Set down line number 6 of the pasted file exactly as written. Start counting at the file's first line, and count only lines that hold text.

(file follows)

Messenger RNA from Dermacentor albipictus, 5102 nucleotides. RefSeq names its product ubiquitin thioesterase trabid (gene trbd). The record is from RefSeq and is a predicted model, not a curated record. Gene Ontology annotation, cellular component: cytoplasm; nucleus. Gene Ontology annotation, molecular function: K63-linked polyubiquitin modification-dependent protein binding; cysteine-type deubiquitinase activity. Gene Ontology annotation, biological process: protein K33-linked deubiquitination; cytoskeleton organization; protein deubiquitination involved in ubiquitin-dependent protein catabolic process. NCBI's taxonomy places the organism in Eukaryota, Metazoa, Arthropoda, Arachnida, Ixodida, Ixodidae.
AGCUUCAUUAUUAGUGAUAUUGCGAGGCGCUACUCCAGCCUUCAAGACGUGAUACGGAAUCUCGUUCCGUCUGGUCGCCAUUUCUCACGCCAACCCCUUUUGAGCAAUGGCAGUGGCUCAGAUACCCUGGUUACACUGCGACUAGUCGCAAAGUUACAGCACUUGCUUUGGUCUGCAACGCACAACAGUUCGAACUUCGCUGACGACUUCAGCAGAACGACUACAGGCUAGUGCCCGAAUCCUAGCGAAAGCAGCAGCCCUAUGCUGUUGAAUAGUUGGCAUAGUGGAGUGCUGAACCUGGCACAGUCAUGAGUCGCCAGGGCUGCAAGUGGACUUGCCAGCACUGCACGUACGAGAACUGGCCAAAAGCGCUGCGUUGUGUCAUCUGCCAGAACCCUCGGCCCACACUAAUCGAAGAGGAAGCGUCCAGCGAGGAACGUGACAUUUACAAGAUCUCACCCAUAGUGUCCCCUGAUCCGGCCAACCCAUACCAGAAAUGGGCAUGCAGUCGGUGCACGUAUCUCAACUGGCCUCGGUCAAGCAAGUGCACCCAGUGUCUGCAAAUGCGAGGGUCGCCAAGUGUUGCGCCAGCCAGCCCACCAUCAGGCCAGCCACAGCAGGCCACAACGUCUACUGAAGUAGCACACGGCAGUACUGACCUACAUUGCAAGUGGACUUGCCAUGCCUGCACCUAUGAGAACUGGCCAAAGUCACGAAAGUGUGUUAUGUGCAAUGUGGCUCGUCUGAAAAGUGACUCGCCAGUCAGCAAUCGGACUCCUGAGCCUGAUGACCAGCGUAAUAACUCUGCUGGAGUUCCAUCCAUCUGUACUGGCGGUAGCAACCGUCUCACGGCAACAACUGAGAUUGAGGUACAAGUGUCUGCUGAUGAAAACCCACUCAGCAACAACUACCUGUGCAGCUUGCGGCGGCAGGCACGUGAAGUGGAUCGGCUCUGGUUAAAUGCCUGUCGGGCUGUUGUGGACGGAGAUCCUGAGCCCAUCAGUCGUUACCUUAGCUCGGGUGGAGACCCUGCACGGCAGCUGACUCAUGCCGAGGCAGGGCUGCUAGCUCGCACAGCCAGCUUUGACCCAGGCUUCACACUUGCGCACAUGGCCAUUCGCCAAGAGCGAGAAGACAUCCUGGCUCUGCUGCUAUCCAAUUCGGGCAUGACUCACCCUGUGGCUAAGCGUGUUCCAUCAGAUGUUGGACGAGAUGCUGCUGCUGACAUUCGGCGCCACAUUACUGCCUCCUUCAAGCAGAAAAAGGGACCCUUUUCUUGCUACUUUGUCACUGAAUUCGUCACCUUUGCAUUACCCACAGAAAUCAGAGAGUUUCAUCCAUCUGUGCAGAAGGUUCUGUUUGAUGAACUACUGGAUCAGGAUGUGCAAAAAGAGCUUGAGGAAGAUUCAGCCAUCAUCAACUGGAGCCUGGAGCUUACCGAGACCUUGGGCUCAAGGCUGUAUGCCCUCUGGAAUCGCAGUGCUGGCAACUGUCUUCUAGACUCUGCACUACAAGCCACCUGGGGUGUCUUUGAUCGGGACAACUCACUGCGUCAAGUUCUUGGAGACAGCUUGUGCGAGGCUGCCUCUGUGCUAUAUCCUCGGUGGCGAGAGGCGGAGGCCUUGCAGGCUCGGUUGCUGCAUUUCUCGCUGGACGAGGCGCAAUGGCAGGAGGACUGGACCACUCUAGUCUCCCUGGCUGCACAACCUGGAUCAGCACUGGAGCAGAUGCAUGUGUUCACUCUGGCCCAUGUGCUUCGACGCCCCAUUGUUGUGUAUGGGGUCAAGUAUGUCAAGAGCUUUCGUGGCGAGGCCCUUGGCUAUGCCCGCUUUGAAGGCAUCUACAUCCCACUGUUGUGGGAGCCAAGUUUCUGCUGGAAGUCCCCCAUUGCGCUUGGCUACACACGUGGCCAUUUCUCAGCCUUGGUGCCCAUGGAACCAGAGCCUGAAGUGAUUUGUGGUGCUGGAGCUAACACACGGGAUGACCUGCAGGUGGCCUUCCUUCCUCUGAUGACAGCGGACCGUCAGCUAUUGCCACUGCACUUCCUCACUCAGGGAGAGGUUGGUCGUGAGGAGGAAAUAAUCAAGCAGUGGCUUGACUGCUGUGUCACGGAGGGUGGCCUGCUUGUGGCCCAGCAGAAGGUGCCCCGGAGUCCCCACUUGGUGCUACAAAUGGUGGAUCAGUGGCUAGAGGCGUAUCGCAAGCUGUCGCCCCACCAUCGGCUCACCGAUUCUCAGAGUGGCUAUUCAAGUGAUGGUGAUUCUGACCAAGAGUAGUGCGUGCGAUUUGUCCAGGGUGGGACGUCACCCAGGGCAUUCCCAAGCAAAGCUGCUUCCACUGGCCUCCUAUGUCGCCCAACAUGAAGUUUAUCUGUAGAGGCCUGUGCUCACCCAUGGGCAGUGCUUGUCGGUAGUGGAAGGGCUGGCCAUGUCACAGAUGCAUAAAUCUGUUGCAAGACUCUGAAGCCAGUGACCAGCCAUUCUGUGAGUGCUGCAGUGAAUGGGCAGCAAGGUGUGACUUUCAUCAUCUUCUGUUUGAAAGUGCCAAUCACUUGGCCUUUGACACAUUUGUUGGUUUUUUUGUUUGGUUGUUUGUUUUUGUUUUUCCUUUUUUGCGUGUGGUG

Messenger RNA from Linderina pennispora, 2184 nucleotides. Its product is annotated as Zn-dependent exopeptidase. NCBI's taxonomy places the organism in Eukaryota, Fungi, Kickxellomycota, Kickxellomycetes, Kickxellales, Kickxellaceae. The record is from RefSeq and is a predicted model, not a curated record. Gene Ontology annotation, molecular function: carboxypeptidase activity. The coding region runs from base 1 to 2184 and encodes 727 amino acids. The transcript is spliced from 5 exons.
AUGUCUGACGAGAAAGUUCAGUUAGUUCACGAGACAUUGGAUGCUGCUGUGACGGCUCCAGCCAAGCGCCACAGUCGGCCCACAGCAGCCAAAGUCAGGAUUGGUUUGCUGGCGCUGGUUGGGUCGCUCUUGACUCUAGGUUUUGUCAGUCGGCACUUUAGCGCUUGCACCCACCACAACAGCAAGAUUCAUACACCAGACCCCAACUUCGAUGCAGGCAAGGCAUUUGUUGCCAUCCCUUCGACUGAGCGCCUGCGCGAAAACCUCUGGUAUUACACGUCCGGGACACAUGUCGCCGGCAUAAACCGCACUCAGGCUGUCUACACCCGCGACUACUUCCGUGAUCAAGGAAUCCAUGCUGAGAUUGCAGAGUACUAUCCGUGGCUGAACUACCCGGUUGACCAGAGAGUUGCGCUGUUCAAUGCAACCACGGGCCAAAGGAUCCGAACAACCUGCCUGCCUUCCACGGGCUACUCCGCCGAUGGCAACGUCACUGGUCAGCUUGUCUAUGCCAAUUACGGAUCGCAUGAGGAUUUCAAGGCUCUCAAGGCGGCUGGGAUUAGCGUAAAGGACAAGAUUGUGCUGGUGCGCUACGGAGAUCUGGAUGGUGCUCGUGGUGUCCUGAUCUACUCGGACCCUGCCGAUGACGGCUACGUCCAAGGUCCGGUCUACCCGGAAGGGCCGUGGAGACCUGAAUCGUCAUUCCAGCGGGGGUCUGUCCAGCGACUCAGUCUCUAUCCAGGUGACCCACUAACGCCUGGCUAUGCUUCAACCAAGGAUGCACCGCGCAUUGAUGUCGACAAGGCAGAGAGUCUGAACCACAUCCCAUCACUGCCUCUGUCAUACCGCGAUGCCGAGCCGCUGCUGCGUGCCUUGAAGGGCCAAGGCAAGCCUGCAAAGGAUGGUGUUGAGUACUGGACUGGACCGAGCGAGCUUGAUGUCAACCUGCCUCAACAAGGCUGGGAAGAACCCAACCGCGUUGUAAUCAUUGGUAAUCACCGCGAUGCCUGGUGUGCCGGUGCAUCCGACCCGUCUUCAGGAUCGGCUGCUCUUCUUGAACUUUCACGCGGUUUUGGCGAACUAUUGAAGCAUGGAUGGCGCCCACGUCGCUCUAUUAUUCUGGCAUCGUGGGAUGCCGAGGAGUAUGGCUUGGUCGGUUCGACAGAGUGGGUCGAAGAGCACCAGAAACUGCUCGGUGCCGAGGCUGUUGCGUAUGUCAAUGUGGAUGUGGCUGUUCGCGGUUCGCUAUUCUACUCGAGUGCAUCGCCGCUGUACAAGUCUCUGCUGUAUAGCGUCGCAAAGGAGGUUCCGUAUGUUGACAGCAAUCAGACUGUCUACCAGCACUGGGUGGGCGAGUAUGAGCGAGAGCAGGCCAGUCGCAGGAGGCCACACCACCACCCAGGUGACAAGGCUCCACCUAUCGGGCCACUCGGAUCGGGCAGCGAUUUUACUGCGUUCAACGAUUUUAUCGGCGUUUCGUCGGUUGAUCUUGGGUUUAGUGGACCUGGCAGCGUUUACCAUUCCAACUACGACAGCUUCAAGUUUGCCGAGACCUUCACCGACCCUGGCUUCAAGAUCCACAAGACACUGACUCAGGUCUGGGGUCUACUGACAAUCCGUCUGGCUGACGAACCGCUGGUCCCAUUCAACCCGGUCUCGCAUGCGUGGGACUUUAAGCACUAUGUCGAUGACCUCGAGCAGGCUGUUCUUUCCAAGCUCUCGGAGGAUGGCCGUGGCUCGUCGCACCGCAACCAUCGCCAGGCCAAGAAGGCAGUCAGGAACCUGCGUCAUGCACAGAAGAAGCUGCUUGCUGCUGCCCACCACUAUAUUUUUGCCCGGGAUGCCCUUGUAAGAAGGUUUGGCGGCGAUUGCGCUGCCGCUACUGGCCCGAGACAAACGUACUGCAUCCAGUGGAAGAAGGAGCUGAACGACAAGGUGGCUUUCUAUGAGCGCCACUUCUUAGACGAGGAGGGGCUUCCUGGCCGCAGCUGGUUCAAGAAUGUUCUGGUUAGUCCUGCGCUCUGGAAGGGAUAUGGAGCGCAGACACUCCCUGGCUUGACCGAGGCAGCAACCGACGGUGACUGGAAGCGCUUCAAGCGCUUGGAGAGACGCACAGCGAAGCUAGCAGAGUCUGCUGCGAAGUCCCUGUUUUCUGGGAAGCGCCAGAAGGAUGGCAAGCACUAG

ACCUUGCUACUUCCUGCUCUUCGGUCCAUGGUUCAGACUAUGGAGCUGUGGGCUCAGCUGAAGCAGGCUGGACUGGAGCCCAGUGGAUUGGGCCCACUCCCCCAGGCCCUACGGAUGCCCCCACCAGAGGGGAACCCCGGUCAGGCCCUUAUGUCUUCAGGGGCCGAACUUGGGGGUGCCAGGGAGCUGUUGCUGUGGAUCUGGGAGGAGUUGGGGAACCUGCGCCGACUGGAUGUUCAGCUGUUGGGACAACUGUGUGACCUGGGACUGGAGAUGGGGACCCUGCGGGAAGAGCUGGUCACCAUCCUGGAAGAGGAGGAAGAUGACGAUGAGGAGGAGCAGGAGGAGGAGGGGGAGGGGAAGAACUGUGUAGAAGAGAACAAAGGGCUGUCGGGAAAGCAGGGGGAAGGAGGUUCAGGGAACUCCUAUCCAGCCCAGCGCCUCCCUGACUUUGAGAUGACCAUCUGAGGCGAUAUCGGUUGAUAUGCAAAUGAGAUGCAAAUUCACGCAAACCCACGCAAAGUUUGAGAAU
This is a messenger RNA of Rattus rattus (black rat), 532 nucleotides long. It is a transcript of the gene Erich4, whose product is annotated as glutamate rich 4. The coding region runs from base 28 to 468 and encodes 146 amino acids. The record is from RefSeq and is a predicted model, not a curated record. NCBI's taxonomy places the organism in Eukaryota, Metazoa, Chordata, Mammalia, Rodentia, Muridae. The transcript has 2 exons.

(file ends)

This is a messenger RNA of Rattus rattus (black rat), 532 nucleotides long. It is a transcript of the gene Erich4, whose product is annotated as glutamate rich 4. The coding region runs from base 28 to 468 and encodes 146 amino acids. The record is from RefSeq and is a predicted model, not a curated record. NCBI's taxonomy places the organism in Eukaryota, Metazoa, Chordata, Mammalia, Rodentia, Muridae. The transcript has 2 exons.